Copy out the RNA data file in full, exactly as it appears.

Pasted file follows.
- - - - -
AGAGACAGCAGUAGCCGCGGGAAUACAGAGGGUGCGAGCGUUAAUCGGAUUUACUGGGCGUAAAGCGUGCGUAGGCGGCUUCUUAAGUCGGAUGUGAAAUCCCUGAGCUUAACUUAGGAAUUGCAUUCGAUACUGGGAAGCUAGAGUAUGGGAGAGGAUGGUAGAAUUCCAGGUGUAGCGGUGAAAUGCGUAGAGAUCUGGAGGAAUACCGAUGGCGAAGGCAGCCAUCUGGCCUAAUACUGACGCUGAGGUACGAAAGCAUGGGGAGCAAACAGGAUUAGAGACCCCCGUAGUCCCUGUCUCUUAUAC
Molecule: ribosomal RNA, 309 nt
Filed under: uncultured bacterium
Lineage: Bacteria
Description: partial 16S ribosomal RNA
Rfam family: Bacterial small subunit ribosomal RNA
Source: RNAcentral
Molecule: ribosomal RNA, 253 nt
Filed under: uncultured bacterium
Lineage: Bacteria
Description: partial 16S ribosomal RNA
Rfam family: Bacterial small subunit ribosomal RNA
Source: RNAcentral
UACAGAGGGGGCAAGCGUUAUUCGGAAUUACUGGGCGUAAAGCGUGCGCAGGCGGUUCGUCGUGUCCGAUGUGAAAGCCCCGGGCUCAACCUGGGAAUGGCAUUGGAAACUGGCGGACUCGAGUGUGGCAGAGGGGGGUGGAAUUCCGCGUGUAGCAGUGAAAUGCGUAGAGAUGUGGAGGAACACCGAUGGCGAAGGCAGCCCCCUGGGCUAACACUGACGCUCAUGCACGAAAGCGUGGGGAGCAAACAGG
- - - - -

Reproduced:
AGAGACAGCAGUAGCCGCGGGAAUACAGAGGGUGCGAGCGUUAAUCGGAUUUACUGGGCGUAAAGCGUGCGUAGGCGGCUUCUUAAGUCGGAUGUGAAAUCCCUGAGCUUAACUUAGGAAUUGCAUUCGAUACUGGGAAGCUAGAGUAUGGGAGAGGAUGGUAGAAUUCCAGGUGUAGCGGUGAAAUGCGUAGAGAUCUGGAGGAAUACCGAUGGCGAAGGCAGCCAUCUGGCCUAAUACUGACGCUGAGGUACGAAAGCAUGGGGAGCAAACAGGAUUAGAGACCCCCGUAGUCCCUGUCUCUUAUAC
Molecule: ribosomal RNA, 309 nt
Filed under: uncultured bacterium
Lineage: Bacteria
Description: partial 16S ribosomal RNA
Rfam family: Bacterial small subunit ribosomal RNA
Source: RNAcentral
Molecule: ribosomal RNA, 253 nt
Filed under: uncultured bacterium
Lineage: Bacteria
Description: partial 16S ribosomal RNA
Rfam family: Bacterial small subunit ribosomal RNA
Source: RNAcentral
UACAGAGGGGGCAAGCGUUAUUCGGAAUUACUGGGCGUAAAGCGUGCGCAGGCGGUUCGUCGUGUCCGAUGUGAAAGCCCCGGGCUCAACCUGGGAAUGGCAUUGGAAACUGGCGGACUCGAGUGUGGCAGAGGGGGGUGGAAUUCCGCGUGUAGCAGUGAAAUGCGUAGAGAUGUGGAGGAACACCGAUGGCGAAGGCAGCCCCCUGGGCUAACACUGACGCUCAUGCACGAAAGCGUGGGGAGCAAACAGG